In the paper's two-page introduction, Ramaswamy sets out her main thesis - UNC-CH is not laying the institutional groundwork necessary for harmonious race relations to exist between its students. "The current theory used to solve racial problems at our university has failed" (p 6). She informs her reader about several of the paper's structural aspects: that it uses everyday language in order to understand the problem "as students and experts it" (p 5); that only black-white relations will be examined (pp 5-6); that historical background on the issue of UNC-CH race relations will be minimized because "while history helps us understand why we are where we are, an obsession with history should not blind us to the obvious facts of our present situation" (p 6), and that "the research for this paper is primarily anecdotal" (p 6). Ramaswamy is very helpful to do this, because she alerts us at the outset about two major flaws that severely and repeatedly hamper her paper's effectiveness - a lack of historical context and over-reliance on anecdotal evidence.

Her problem definition encompasses fifteen pages. It begins by charging the university's current roster of programs designed to "relieve the existing racial tensions" with "(doing) just the opposite" (p 7), because they are "attacking the symptoms of the problems instead of the illness itself" (p 8). Ramaswamy lists what she considers to be "the real problems" (p 8) behind poor race relations at UNC-CH - one, the nation, including "schools, workplaces, neighborhoods, churches, and virtually every other aspect of our lives - remains segregated"; two, "a disparity exists between the academic performance of the black and white communities" (p 11); and three, "the intolerance of different views and the increasing racial hostility on campus" (p 12).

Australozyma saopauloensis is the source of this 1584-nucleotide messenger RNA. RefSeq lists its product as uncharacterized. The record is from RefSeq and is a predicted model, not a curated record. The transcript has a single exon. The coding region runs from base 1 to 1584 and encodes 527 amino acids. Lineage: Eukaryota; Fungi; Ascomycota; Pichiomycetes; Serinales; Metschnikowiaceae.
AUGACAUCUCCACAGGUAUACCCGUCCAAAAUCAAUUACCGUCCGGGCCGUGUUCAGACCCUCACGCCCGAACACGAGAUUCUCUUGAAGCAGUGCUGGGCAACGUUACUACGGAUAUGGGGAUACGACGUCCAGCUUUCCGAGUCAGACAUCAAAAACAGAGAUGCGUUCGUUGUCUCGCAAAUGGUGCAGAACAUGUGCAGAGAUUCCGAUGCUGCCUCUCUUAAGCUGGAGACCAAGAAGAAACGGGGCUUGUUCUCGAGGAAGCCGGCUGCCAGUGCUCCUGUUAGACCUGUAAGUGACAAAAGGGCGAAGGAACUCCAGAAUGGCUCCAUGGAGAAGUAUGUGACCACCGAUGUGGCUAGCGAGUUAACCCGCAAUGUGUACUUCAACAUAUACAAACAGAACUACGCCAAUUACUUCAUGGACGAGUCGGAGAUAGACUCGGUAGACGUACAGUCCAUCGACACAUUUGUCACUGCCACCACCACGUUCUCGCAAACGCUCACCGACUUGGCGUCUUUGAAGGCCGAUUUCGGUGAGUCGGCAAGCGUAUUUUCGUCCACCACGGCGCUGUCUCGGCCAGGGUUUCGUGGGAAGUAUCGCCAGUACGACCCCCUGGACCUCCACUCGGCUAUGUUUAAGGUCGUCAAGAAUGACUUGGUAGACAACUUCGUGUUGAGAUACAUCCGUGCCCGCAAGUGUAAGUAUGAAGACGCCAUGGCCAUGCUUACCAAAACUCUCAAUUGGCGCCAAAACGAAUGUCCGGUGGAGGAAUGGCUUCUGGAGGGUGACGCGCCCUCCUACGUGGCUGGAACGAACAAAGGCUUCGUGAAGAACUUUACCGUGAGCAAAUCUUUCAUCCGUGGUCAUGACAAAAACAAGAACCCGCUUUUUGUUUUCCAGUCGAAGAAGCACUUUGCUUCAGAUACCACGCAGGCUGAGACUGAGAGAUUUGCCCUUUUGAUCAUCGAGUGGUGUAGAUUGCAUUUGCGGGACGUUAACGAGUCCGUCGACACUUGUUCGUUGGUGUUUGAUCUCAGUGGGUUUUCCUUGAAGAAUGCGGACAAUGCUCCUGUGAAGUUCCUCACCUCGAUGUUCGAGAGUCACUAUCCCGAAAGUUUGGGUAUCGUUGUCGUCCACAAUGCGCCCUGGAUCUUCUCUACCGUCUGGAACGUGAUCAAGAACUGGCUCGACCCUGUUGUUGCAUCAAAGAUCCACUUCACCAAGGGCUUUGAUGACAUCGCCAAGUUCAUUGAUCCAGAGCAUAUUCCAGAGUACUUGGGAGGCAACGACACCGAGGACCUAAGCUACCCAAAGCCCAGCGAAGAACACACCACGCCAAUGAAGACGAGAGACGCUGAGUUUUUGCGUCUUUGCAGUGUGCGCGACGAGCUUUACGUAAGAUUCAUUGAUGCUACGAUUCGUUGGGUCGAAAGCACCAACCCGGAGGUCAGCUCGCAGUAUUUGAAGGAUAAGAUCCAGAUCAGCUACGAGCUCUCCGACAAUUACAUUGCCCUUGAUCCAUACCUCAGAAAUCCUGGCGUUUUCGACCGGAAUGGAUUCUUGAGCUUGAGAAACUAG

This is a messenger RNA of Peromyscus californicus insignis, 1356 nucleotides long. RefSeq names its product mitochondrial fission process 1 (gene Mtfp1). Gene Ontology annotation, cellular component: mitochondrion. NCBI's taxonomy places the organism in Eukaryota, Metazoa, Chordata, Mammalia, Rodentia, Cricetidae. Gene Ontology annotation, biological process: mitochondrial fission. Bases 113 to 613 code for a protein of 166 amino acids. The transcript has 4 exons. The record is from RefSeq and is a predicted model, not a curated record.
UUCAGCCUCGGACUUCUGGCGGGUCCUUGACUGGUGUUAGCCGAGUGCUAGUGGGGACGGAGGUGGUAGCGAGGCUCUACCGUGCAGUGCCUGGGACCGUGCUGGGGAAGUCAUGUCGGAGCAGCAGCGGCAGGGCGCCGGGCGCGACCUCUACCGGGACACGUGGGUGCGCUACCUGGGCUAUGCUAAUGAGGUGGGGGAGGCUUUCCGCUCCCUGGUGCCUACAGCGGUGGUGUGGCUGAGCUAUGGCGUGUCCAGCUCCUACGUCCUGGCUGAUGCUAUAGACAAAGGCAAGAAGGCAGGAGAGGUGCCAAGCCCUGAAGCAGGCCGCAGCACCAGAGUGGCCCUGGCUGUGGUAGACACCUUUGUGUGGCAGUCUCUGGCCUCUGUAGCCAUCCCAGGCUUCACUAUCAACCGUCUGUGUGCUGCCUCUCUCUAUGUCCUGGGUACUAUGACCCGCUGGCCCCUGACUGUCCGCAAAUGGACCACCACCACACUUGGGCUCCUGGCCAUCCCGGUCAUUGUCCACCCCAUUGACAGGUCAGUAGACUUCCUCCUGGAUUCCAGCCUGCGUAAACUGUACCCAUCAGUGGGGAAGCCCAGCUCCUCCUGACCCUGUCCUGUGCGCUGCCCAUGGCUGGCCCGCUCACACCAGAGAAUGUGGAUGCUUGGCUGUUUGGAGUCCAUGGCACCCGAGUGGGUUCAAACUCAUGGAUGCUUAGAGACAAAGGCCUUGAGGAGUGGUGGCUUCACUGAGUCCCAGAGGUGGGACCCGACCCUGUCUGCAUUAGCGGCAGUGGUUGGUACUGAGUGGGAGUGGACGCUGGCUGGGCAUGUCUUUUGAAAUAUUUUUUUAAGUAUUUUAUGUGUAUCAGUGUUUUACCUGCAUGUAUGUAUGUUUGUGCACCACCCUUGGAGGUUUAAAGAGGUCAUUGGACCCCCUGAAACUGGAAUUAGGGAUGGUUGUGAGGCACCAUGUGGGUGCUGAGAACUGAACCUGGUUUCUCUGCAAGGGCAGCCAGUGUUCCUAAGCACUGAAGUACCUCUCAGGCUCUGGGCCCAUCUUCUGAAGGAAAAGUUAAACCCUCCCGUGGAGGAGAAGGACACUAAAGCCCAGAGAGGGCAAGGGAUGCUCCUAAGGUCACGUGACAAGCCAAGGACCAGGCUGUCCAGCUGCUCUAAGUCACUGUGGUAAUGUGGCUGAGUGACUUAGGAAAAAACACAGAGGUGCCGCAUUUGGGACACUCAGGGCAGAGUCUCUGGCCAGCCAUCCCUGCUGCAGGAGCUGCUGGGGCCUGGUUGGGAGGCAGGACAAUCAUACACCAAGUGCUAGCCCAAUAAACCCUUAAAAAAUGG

The previously mentioned problem of over-reliance on anecdotal evidence first appears in this section. Even worse, Ramaswamy relies on only one source, and one of questionable value, for much of her "anecdotal evidence" concerning the nature of UNC-CH race relations. In her paper's opening Acknowledgements, Ramaswamy tells us that she worked in UNC-CH student government for over a year with 1992-93 Student Body President John Moody, and that the paper "stems from" (p 2) the work she did with him. She quotes him at length from personal interviews for a total of five times over the fifteen pages of her problem definition. This places Moody in the same category with Ramaswamy's other sources for this section, such as Andrew Hacker, Arthur M. Schlesinger, Alexis de Tocqueville, Dinesh D'Souza, and Shelby Steele.